Sweat beads trickle from my forehead
threading through my dense eyebrows,
over the protective arch of lids and lashes
into my unsuspecting eyes. My vision
is awash in a fuzzy saline glare,
its sting fiercer than the viral load.
Perspiration transforms into tear drops —
such is the potency of salt water —
brackish, transparent, intimate, deathly.
Love in the Time of Corona
I don’t believe in God, but I’m afraid of Him.
― Gabriel García Márquez, Love in the Time of Cholera
In the dark times, will there also be singing?
Yes, there will also be singing. About the dark times.
― Bertolt Brecht
Faint indigo tints in the greys of your hair
evoke memory — Krishna’s love for Radha,
its perennial longevity, its sustained mythology,
its blue-bathed lore — such are life’s enduring
parallels. Fourteen years — yet my heart flutters
infatuated like first love. My hands fidgety,
palms sweaty, pulse too fast to pick —
I am not allowed to touch your face.
Cyber-flurry emoji-love cannot assuage fears —
or corona’s comatose cries. I don’t believe in God.
In thousands, migrant workers march home —
hungry footsteps on empty highways
accentuate an irony — ‘social distancing’,
a privilege only powerful can afford.
Cretins spray bleach on unprotected poor, clap,
bang plates, ring bells, blow conches, light fires
to rid the voodoo — karuna’s karma, infected.
Mood-swings in sanitised quarantine — self-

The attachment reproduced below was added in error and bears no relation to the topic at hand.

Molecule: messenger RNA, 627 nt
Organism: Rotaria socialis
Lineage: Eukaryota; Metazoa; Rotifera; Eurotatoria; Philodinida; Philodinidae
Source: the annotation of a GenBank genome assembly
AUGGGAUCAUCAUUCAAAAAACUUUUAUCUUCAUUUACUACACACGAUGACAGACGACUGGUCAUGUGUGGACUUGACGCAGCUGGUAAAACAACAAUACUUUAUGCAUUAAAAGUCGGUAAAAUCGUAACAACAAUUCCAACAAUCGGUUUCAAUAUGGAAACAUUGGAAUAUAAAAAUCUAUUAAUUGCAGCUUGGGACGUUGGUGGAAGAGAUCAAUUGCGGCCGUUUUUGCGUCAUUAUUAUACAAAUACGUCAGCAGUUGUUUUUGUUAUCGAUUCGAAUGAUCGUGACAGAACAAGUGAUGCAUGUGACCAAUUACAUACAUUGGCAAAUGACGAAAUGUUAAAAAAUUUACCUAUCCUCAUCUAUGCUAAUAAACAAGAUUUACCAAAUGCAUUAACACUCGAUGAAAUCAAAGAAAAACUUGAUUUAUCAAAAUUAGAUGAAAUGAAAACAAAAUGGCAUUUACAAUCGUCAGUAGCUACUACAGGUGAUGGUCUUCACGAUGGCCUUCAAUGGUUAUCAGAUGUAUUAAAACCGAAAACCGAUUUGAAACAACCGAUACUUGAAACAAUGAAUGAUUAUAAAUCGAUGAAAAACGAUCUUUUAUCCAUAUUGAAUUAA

isolation, imposed — uncontained virus, viral.
When shall we sing our dream’s epiphanies?
City weather fluctuates promiscuously
mapping temperature’s bipolar graph —
tropic’s air-conditioner chill, winter’s
unseasonal hailstorm, sky’s pink-blue spring.
Blue-grey will moult into salt-and-pepper,
ash-grey to silver-white, then to aged-white.
My lungs heave, slow-grating metallic-crackles
struggle to escape the filigreed windpipes —
I persist in my prayers. I’m afraid of Him.
Hope, heed, heal — our song, in present tense.
They were not simply names on a list.
They were us.
— The New York Times
Death knells peal, numbers multiply,
virus ravages us, one by one.
Newspaper columns loom, unsteady
ghostly apparitions on broadsheets —
name, age, date of death —
tall epitaphs in fine print.
Ink spills, bleeds dark — newsprint
blotting out our wheezing breath.
No amount of hygiene-ritual
enables our lungs to resuscitate.
Our lives — micro point-size fonts
on an ever inflating pandemic list —
black specks, fugitive lonely numbers —
the deceased, on an official roster.
Another sick, another dying,
another dead — yes, they were us.
Hope: Light Leaks
Darkness cannot drive out darkness.
Only light can do that.
— Martin Luther King, Jr.
Late at night, light leaks — spilling
beyond the door’s rectangle edge —
a cleaving schism, its shape —
a partial crucifix, a new resurrection.
Light’s plane waxes, wanes —
viral load expands, contracts.
Photons spill, conduction sparks —
light slow removes cataract’s veil.
In this blackness, lives matter.
Inhaler held to my heart like a prayer —
coughing, winded — I gasp
— Kate Firth, ‘Breath’
Wheeze whistles — piercing shrill pan-flute notes.
Turbine blades slice my lung’s trachea, bronchi.
Coarse sandpaper, ultrasonic — air-currents
struggle to clear my windpipe’s fatigued length.
My eyes blood-shot in acrid distress —